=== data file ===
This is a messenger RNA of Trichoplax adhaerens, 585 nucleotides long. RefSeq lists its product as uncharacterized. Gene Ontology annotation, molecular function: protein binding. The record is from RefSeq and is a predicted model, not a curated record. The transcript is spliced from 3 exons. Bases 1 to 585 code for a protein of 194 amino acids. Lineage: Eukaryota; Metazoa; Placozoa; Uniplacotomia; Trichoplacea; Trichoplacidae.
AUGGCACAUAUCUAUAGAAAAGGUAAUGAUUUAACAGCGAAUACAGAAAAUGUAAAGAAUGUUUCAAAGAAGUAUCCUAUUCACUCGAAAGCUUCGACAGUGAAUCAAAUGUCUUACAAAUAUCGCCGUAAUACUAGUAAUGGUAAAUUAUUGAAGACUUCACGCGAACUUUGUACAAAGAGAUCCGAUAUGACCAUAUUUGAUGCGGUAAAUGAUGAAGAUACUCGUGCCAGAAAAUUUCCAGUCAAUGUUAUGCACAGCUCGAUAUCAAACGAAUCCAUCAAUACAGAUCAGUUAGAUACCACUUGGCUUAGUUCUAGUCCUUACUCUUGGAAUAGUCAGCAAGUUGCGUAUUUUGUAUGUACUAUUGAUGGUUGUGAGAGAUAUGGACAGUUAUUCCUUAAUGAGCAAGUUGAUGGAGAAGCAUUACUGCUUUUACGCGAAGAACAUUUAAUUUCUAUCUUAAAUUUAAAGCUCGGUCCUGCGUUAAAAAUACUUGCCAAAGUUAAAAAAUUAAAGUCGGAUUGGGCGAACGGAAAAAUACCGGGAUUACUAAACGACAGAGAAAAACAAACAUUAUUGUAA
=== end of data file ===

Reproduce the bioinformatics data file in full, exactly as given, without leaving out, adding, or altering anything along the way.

This is a messenger RNA of Trichoplax adhaerens, 585 nucleotides long. RefSeq lists its product as uncharacterized. Gene Ontology annotation, molecular function: protein binding. The record is from RefSeq and is a predicted model, not a curated record. The transcript is spliced from 3 exons. Bases 1 to 585 code for a protein of 194 amino acids. Lineage: Eukaryota; Metazoa; Placozoa; Uniplacotomia; Trichoplacea; Trichoplacidae.
AUGGCACAUAUCUAUAGAAAAGGUAAUGAUUUAACAGCGAAUACAGAAAAUGUAAAGAAUGUUUCAAAGAAGUAUCCUAUUCACUCGAAAGCUUCGACAGUGAAUCAAAUGUCUUACAAAUAUCGCCGUAAUACUAGUAAUGGUAAAUUAUUGAAGACUUCACGCGAACUUUGUACAAAGAGAUCCGAUAUGACCAUAUUUGAUGCGGUAAAUGAUGAAGAUACUCGUGCCAGAAAAUUUCCAGUCAAUGUUAUGCACAGCUCGAUAUCAAACGAAUCCAUCAAUACAGAUCAGUUAGAUACCACUUGGCUUAGUUCUAGUCCUUACUCUUGGAAUAGUCAGCAAGUUGCGUAUUUUGUAUGUACUAUUGAUGGUUGUGAGAGAUAUGGACAGUUAUUCCUUAAUGAGCAAGUUGAUGGAGAAGCAUUACUGCUUUUACGCGAAGAACAUUUAAUUUCUAUCUUAAAUUUAAAGCUCGGUCCUGCGUUAAAAAUACUUGCCAAAGUUAAAAAAUUAAAGUCGGAUUGGGCGAACGGAAAAAUACCGGGAUUACUAAACGACAGAGAAAAACAAACAUUAUUGUAA